"Let books be your dining table, / And you shall be full of delights. / Let them be your
And you shall sleep restful nights" (St. Ephraim the Syrian).

Wednesday, April 18, 2012

From Scroll to Codex to Book

Any Eastern Christian bibliophile--or any bibliophile for that matter--should be paying attention to Alan Jacobs. If you go here you can read his latest and completely absorbing essay, "Christianity and the Future of the Book," on the cultural implications of moving from biblical scrolls to the codex to the modern book--and possibly beyond, to e-readers and the like. Christians were the first to adopt the codex for four practical and organizational reasons. He ends by reflecting on what it means when many Christians today encounter Scripture not in books but instead de-contextualized and chopped into bits that are projected on large screens in churches:
the obligation to defend the book remains far greater. It is the book, largely as it emerged from the early Christian Church’s understanding of its own Scriptures, that has enabled much of the best that has been thought and said in the past fifteen hundred years. And its key virtues can be preserved, and perhaps even extended, in forms other than the paper codex.
As you can see he does not go on a rant against electronic publishing, but read the whole thing for yourself in The New Atlantis, which often publishes such long and fascinating essays on a variety of culturally important topics.
Jacobs is the author of such books as The Pleasures of Reading in an Age of Distraction (Oxford UP, 2011, 176pp.) and  A Theology Of Reading: The Hermeneutics Of Love (Westview Press, 2001), 196pp.

About this latter book the publisher tells us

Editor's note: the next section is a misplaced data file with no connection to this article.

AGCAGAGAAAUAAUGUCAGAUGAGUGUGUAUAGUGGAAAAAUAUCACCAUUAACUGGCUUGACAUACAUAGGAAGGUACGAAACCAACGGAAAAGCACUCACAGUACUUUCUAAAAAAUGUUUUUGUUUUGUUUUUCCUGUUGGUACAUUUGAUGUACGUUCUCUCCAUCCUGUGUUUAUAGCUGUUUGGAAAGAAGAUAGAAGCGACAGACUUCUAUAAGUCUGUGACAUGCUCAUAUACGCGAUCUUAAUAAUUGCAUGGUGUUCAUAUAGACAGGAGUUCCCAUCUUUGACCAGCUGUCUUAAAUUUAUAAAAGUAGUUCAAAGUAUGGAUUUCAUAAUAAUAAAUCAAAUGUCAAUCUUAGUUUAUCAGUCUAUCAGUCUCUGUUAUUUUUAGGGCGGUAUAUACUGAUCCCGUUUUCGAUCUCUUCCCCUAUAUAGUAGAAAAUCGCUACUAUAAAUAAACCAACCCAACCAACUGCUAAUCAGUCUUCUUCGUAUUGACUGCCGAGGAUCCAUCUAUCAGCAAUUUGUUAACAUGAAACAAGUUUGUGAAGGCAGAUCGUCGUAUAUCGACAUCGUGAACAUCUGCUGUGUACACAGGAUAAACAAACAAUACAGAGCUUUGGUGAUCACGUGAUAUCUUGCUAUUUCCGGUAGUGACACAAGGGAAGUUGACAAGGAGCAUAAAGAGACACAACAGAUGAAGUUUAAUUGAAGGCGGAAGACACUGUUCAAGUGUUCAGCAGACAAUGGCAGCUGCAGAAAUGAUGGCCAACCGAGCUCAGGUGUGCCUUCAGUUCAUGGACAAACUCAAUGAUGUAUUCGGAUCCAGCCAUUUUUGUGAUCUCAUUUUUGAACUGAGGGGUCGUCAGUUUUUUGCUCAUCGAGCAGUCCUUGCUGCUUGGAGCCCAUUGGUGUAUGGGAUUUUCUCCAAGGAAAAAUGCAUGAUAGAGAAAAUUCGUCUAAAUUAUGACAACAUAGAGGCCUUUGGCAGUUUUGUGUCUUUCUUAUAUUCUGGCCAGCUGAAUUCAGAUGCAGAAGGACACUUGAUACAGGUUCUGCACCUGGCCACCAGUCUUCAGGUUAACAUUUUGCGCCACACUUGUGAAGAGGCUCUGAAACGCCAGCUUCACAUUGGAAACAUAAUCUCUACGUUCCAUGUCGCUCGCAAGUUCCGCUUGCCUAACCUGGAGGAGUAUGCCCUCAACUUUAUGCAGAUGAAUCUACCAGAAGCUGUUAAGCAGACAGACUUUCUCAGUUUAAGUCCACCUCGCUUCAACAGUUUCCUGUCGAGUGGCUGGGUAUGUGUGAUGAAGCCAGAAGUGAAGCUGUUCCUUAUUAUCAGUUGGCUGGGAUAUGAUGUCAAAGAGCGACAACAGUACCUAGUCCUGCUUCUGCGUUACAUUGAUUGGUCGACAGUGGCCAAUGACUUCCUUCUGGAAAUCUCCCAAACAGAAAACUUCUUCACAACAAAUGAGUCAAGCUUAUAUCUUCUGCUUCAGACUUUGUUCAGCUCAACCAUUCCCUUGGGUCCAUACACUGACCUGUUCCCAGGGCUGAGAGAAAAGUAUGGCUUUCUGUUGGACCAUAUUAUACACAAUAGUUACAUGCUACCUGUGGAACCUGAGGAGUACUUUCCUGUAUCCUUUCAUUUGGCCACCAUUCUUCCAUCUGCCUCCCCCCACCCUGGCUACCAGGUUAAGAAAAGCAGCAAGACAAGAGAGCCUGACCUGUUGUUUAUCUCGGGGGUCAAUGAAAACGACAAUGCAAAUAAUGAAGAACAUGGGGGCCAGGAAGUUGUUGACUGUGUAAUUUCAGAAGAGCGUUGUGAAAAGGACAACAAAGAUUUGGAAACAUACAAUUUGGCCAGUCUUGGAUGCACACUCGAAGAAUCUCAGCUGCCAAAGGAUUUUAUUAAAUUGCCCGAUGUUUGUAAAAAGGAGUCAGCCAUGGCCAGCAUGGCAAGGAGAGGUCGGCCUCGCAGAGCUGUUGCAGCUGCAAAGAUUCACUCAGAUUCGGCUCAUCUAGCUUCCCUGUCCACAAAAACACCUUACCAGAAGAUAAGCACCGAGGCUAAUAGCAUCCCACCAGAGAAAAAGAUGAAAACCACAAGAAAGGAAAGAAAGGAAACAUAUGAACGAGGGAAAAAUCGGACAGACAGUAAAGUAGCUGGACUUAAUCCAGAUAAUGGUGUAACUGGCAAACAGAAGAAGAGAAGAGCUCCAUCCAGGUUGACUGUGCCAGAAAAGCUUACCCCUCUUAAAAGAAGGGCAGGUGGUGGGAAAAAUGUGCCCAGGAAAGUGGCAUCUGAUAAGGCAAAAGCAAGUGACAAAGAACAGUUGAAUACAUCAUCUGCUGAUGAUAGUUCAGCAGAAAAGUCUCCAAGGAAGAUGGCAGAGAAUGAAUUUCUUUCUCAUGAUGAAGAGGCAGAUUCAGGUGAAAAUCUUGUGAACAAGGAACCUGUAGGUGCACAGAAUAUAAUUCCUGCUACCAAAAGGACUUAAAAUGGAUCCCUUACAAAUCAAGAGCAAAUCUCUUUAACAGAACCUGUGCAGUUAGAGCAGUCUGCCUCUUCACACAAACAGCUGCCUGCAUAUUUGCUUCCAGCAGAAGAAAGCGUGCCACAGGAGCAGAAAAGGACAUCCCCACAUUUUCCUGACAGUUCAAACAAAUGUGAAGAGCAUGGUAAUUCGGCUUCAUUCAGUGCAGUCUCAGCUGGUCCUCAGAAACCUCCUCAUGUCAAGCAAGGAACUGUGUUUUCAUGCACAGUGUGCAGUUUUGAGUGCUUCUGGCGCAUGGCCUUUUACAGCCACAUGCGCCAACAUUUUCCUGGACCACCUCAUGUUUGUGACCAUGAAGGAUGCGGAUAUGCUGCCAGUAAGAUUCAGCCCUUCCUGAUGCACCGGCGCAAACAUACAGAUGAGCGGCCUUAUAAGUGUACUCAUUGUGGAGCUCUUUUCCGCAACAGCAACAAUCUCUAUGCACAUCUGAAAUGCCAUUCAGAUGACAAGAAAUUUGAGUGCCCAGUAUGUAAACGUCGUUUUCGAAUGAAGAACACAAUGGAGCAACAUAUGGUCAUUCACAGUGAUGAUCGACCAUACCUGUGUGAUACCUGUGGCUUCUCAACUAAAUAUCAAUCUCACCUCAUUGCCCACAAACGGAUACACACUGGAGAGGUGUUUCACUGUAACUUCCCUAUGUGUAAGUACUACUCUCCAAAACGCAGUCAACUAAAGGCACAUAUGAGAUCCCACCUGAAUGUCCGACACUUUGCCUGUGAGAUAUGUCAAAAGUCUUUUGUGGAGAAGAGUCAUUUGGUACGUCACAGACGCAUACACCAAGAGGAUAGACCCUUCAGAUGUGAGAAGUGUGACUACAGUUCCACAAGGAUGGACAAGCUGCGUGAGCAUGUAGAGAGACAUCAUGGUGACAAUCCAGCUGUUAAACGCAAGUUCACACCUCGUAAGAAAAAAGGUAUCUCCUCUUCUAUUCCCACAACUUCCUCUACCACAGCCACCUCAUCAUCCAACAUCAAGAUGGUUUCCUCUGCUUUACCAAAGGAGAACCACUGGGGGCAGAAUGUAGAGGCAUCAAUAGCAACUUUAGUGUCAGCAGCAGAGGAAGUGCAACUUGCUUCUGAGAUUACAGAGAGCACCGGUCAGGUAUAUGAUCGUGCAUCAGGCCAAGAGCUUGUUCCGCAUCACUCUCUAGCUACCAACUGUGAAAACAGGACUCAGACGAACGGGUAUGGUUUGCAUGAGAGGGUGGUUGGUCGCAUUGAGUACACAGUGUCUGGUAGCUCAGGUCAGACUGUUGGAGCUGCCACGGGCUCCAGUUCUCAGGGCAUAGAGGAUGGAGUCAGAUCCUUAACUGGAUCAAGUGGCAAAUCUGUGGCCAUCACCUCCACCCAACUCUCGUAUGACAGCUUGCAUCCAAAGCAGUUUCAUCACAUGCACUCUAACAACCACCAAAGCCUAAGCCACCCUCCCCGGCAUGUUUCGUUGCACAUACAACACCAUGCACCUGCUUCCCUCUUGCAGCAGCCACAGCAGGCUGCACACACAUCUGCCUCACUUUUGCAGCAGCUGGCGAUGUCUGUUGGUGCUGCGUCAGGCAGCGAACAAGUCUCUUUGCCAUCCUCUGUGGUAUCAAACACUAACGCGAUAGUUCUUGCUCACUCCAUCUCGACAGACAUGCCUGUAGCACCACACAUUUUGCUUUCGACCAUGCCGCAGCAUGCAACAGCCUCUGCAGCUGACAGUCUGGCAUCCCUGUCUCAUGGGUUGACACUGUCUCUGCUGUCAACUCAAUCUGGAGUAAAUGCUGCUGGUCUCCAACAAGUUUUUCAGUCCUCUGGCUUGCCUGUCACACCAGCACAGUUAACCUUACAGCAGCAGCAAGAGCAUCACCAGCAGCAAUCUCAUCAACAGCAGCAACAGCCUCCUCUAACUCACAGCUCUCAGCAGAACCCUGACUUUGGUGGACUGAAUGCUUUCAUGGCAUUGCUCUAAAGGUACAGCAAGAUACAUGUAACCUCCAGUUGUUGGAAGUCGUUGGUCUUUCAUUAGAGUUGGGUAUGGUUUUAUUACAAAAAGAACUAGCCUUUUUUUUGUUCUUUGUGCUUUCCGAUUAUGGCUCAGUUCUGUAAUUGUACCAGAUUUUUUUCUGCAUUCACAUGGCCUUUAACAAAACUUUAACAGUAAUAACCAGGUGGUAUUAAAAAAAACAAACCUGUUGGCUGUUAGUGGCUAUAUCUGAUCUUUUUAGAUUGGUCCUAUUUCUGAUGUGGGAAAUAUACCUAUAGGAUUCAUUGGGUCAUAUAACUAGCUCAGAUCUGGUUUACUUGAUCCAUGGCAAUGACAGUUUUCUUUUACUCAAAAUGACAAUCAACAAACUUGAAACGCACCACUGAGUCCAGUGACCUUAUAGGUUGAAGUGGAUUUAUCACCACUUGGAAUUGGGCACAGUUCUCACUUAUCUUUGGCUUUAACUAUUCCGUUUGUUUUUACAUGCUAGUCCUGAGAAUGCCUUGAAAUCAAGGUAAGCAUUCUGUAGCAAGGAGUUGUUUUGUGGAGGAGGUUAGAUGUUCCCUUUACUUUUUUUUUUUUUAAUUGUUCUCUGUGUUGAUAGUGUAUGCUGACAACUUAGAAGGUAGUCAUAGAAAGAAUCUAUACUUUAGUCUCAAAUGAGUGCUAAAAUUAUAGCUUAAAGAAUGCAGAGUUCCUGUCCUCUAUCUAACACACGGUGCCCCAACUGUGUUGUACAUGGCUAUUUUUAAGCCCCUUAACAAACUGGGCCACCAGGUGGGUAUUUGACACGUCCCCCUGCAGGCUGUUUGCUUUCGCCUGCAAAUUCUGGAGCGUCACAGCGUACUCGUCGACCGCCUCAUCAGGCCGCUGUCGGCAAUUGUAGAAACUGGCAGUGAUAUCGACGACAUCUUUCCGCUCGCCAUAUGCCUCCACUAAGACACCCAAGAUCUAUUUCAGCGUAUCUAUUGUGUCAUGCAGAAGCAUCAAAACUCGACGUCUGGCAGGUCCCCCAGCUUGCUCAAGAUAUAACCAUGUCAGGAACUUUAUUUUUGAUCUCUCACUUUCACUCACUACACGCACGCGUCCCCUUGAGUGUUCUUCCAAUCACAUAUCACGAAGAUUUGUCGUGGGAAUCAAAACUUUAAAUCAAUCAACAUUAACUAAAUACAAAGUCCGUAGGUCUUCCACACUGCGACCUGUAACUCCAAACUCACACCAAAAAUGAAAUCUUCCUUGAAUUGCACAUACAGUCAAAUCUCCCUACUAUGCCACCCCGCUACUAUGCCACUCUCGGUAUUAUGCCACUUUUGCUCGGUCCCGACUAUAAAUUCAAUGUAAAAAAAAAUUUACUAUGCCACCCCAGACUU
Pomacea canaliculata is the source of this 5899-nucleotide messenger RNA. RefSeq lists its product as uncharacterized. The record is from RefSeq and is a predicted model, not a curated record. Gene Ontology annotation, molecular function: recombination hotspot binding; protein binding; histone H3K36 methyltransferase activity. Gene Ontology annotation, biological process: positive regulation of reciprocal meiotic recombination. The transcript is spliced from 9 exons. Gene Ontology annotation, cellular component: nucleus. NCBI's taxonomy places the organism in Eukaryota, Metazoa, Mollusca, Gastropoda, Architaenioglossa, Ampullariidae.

If the whole of the Christian life is to be governed by the “law of love”—the twofold love of God and one’s neighbor—what might it mean to read lovingly? That is the question that drives this unique book. Jacobs pursues this challenging task by alternating largely theoretical, theological chapters—drawing above all on Augustine and Mikhail Bakhtin—with interludes that investigate particular readers (some real, some fictional) in the act of reading. Among the authors considered are Shakespeare, Cervantes, Nabakov, Nicholson Baker, George Eliot, W.H. Auden, and Dickens. The theoretical framework is elaborated in the main chapters, while various counterfeits of or substitutes for genuinely charitable interpretation are considered in the interludes, which progressively close in on that rare creature, the loving reader. Through this doubled method of investigation, Jacobs tries to show how difficult it is to read charitably—even should one wish to, which, of course, few of us do. And precisely because the prospect of reading in such a manner is so offputting, one of the covert goals of the book is to make it seem both more plausible and more attractive.

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